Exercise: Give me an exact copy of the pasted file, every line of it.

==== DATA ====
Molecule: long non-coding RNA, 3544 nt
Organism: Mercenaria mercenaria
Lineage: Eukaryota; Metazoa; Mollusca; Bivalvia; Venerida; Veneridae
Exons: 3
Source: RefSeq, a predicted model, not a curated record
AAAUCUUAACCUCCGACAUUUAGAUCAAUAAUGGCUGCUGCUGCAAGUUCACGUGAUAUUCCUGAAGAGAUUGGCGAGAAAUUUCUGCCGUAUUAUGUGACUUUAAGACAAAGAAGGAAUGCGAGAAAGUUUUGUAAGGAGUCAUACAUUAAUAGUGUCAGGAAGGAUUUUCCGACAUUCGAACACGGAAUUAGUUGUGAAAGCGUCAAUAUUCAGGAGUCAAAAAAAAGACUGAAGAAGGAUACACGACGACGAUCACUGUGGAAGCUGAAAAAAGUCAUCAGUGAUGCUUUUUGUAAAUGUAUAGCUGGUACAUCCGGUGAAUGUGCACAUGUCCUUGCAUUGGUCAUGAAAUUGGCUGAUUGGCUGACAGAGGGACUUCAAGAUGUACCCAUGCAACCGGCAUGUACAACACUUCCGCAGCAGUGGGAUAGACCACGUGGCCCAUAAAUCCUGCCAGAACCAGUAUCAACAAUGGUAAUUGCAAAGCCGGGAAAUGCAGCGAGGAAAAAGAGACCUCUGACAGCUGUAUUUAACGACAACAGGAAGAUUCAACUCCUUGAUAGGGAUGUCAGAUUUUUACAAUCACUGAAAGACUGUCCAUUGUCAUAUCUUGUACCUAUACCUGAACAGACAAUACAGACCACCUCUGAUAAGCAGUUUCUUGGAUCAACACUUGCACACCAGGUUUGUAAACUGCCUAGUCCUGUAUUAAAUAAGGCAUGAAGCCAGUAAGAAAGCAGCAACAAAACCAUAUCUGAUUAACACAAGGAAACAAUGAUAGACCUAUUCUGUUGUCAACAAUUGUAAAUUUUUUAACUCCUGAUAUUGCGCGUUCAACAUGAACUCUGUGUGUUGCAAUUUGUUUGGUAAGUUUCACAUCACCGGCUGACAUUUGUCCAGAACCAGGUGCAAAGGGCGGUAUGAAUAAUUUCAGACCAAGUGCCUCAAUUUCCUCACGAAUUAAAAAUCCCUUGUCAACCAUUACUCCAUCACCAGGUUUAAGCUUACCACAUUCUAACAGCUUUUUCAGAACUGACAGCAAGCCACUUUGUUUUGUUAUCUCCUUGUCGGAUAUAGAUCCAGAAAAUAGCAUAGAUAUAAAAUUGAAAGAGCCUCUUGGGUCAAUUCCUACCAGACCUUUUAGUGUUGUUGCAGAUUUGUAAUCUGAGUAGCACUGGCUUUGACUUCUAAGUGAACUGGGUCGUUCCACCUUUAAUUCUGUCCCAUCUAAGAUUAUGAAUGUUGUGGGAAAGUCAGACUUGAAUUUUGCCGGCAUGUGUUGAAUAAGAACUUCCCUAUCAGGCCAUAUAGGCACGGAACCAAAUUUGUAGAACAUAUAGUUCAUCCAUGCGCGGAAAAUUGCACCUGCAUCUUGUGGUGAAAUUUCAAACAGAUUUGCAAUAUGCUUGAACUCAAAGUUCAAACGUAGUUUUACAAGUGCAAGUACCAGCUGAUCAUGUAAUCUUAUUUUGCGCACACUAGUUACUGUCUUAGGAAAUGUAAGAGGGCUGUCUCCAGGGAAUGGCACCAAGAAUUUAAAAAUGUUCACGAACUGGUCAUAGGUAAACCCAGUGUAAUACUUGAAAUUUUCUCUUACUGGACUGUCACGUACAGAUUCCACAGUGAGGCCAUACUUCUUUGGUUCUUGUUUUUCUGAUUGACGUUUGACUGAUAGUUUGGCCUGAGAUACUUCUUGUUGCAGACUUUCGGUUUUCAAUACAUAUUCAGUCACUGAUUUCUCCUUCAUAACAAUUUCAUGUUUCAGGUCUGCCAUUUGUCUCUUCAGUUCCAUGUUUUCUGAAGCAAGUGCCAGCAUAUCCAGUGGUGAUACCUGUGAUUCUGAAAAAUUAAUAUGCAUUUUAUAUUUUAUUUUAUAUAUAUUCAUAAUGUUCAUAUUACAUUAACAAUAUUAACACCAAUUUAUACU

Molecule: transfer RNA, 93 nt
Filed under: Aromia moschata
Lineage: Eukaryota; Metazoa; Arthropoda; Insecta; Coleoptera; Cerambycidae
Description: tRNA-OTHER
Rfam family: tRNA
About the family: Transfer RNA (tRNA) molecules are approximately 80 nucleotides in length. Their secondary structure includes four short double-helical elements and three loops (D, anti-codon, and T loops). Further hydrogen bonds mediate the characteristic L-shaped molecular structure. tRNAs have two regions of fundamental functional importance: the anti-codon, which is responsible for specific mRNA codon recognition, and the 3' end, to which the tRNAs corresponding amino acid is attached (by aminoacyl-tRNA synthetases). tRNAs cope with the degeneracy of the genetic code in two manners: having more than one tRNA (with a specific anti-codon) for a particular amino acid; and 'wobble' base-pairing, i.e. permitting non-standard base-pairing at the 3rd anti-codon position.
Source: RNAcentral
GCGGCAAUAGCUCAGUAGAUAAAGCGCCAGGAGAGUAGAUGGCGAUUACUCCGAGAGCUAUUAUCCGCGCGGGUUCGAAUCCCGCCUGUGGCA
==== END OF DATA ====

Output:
Molecule: long non-coding RNA, 3544 nt
Organism: Mercenaria mercenaria
Lineage: Eukaryota; Metazoa; Mollusca; Bivalvia; Venerida; Veneridae
Exons: 3
Source: RefSeq, a predicted model, not a curated record
AAAUCUUAACCUCCGACAUUUAGAUCAAUAAUGGCUGCUGCUGCAAGUUCACGUGAUAUUCCUGAAGAGAUUGGCGAGAAAUUUCUGCCGUAUUAUGUGACUUUAAGACAAAGAAGGAAUGCGAGAAAGUUUUGUAAGGAGUCAUACAUUAAUAGUGUCAGGAAGGAUUUUCCGACAUUCGAACACGGAAUUAGUUGUGAAAGCGUCAAUAUUCAGGAGUCAAAAAAAAGACUGAAGAAGGAUACACGACGACGAUCACUGUGGAAGCUGAAAAAAGUCAUCAGUGAUGCUUUUUGUAAAUGUAUAGCUGGUACAUCCGGUGAAUGUGCACAUGUCCUUGCAUUGGUCAUGAAAUUGGCUGAUUGGCUGACAGAGGGACUUCAAGAUGUACCCAUGCAACCGGCAUGUACAACACUUCCGCAGCAGUGGGAUAGACCACGUGGCCCAUAAAUCCUGCCAGAACCAGUAUCAACAAUGGUAAUUGCAAAGCCGGGAAAUGCAGCGAGGAAAAAGAGACCUCUGACAGCUGUAUUUAACGACAACAGGAAGAUUCAACUCCUUGAUAGGGAUGUCAGAUUUUUACAAUCACUGAAAGACUGUCCAUUGUCAUAUCUUGUACCUAUACCUGAACAGACAAUACAGACCACCUCUGAUAAGCAGUUUCUUGGAUCAACACUUGCACACCAGGUUUGUAAACUGCCUAGUCCUGUAUUAAAUAAGGCAUGAAGCCAGUAAGAAAGCAGCAACAAAACCAUAUCUGAUUAACACAAGGAAACAAUGAUAGACCUAUUCUGUUGUCAACAAUUGUAAAUUUUUUAACUCCUGAUAUUGCGCGUUCAACAUGAACUCUGUGUGUUGCAAUUUGUUUGGUAAGUUUCACAUCACCGGCUGACAUUUGUCCAGAACCAGGUGCAAAGGGCGGUAUGAAUAAUUUCAGACCAAGUGCCUCAAUUUCCUCACGAAUUAAAAAUCCCUUGUCAACCAUUACUCCAUCACCAGGUUUAAGCUUACCACAUUCUAACAGCUUUUUCAGAACUGACAGCAAGCCACUUUGUUUUGUUAUCUCCUUGUCGGAUAUAGAUCCAGAAAAUAGCAUAGAUAUAAAAUUGAAAGAGCCUCUUGGGUCAAUUCCUACCAGACCUUUUAGUGUUGUUGCAGAUUUGUAAUCUGAGUAGCACUGGCUUUGACUUCUAAGUGAACUGGGUCGUUCCACCUUUAAUUCUGUCCCAUCUAAGAUUAUGAAUGUUGUGGGAAAGUCAGACUUGAAUUUUGCCGGCAUGUGUUGAAUAAGAACUUCCCUAUCAGGCCAUAUAGGCACGGAACCAAAUUUGUAGAACAUAUAGUUCAUCCAUGCGCGGAAAAUUGCACCUGCAUCUUGUGGUGAAAUUUCAAACAGAUUUGCAAUAUGCUUGAACUCAAAGUUCAAACGUAGUUUUACAAGUGCAAGUACCAGCUGAUCAUGUAAUCUUAUUUUGCGCACACUAGUUACUGUCUUAGGAAAUGUAAGAGGGCUGUCUCCAGGGAAUGGCACCAAGAAUUUAAAAAUGUUCACGAACUGGUCAUAGGUAAACCCAGUGUAAUACUUGAAAUUUUCUCUUACUGGACUGUCACGUACAGAUUCCACAGUGAGGCCAUACUUCUUUGGUUCUUGUUUUUCUGAUUGACGUUUGACUGAUAGUUUGGCCUGAGAUACUUCUUGUUGCAGACUUUCGGUUUUCAAUACAUAUUCAGUCACUGAUUUCUCCUUCAUAACAAUUUCAUGUUUCAGGUCUGCCAUUUGUCUCUUCAGUUCCAUGUUUUCUGAAGCAAGUGCCAGCAUAUCCAGUGGUGAUACCUGUGAUUCUGAAAAAUUAAUAUGCAUUUUAUAUUUUAUUUUAUAUAUAUUCAUAAUGUUCAUAUUACAUUAACAAUAUUAACACCAAUUUAUACU

Molecule: transfer RNA, 93 nt
Filed under: Aromia moschata
Lineage: Eukaryota; Metazoa; Arthropoda; Insecta; Coleoptera; Cerambycidae
Description: tRNA-OTHER
Rfam family: tRNA
About the family: Transfer RNA (tRNA) molecules are approximately 80 nucleotides in length. Their secondary structure includes four short double-helical elements and three loops (D, anti-codon, and T loops). Further hydrogen bonds mediate the characteristic L-shaped molecular structure. tRNAs have two regions of fundamental functional importance: the anti-codon, which is responsible for specific mRNA codon recognition, and the 3' end, to which the tRNAs corresponding amino acid is attached (by aminoacyl-tRNA synthetases). tRNAs cope with the degeneracy of the genetic code in two manners: having more than one tRNA (with a specific anti-codon) for a particular amino acid; and 'wobble' base-pairing, i.e. permitting non-standard base-pairing at the 3rd anti-codon position.
Source: RNAcentral
GCGGCAAUAGCUCAGUAGAUAAAGCGCCAGGAGAGUAGAUGGCGAUUACUCCGAGAGCUAUUAUCCGCGCGGGUUCGAAUCCCGCCUGUGGCA